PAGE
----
Birmingham Museum Trust’s collection contains approximately eight hundred gilt picture frames.
One such frame belongs to Dante Gabrielle Rossetti’s unfinished oil on canvas La Donna della Finestra, which was painted in 1881 and acquired by the museum in 1883.
The gilt wood and composition (a mouldable resin popularly used in place of carved wood or plaster for creating applied decoration) frame was recently condition assessed prior to the work being prepared for an outward loan.
The gilt surface of the frame was found to be dirty and dull/dark-coloured where dust/dirt had contacted the frame, and the layer of size (glue used as a protective coating for the gold) had discoloured. A number of sections of decorative moulding had been lost over time; Previous treatments had variously sought to replace these missing mouldings, or to in-paint areas of loss in order to make them less conspicuous.
It was decided that the visual appearance of the frame could be improved by cleaning the surface of the gilding, and by replacing missing moulded elements. The intent was not to make the frame appear as new and freshly gilded, but to have it retain its look of age and use, whilst removing disfiguring dirt and replacing lost decoration.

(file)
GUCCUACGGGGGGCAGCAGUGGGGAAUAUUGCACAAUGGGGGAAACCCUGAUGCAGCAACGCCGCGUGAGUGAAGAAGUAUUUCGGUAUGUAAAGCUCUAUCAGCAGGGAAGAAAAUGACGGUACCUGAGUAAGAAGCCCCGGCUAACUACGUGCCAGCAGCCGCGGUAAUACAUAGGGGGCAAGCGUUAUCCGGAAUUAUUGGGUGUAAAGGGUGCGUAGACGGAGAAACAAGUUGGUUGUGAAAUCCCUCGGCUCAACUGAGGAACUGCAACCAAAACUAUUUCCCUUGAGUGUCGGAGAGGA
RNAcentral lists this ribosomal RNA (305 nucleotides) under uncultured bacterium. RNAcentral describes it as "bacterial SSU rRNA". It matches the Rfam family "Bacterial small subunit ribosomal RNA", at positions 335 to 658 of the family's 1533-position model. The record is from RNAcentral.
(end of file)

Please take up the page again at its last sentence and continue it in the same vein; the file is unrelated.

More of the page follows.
The surface of the frame was gently and carefully cleaned using solvents, applied on cotton wool swabs, taking care not to damage or accidentally remove the gilding in the process.
Several hundred very dirty swabs later, the result was a significant improvement in the appearance of the frame, with the gilding becoming far brighter.
When working with objects which have been in the museum’s collection for long periods of time, it is not uncommon to find that treatment has been carried out on them in the past. With the removal of the dirt and discolouration from the frame, some areas of previous restoration and repair became more visible than they had been previously. This run of replacement moulding – some of which appear to have been cast from plaster, and some of which appear to have been sculpted by hand - had been in-painted to match the colour of the frame when it was dirty.
In order to replace the various missing sections of moulding, an impression was first taken of a complete section using a soft impression material. This was rigidified by layering with wax.
Once set and hardened, the impression material was used as a mould, from which any number of new sections of decoration could be cast using resin mixed with metal powers.
The casts were shaped to fit exactly in position, before being glued into place on the frame.
Finally, areas of the frame where the original gilding was significantly worn, as well as areas which had been replaced or overpainted during this and previous treatments were (re-)coloured to match the surrounding areas of gilding by coating with wax mixed with gold powders.
The frame is now prepared to once again be on display.
Before it goes on loan, the current Perspex glazing will be replaced with low-reflect glass, and a bespoke travel crate will be made for the painting to ensure that it is fully protected during transport.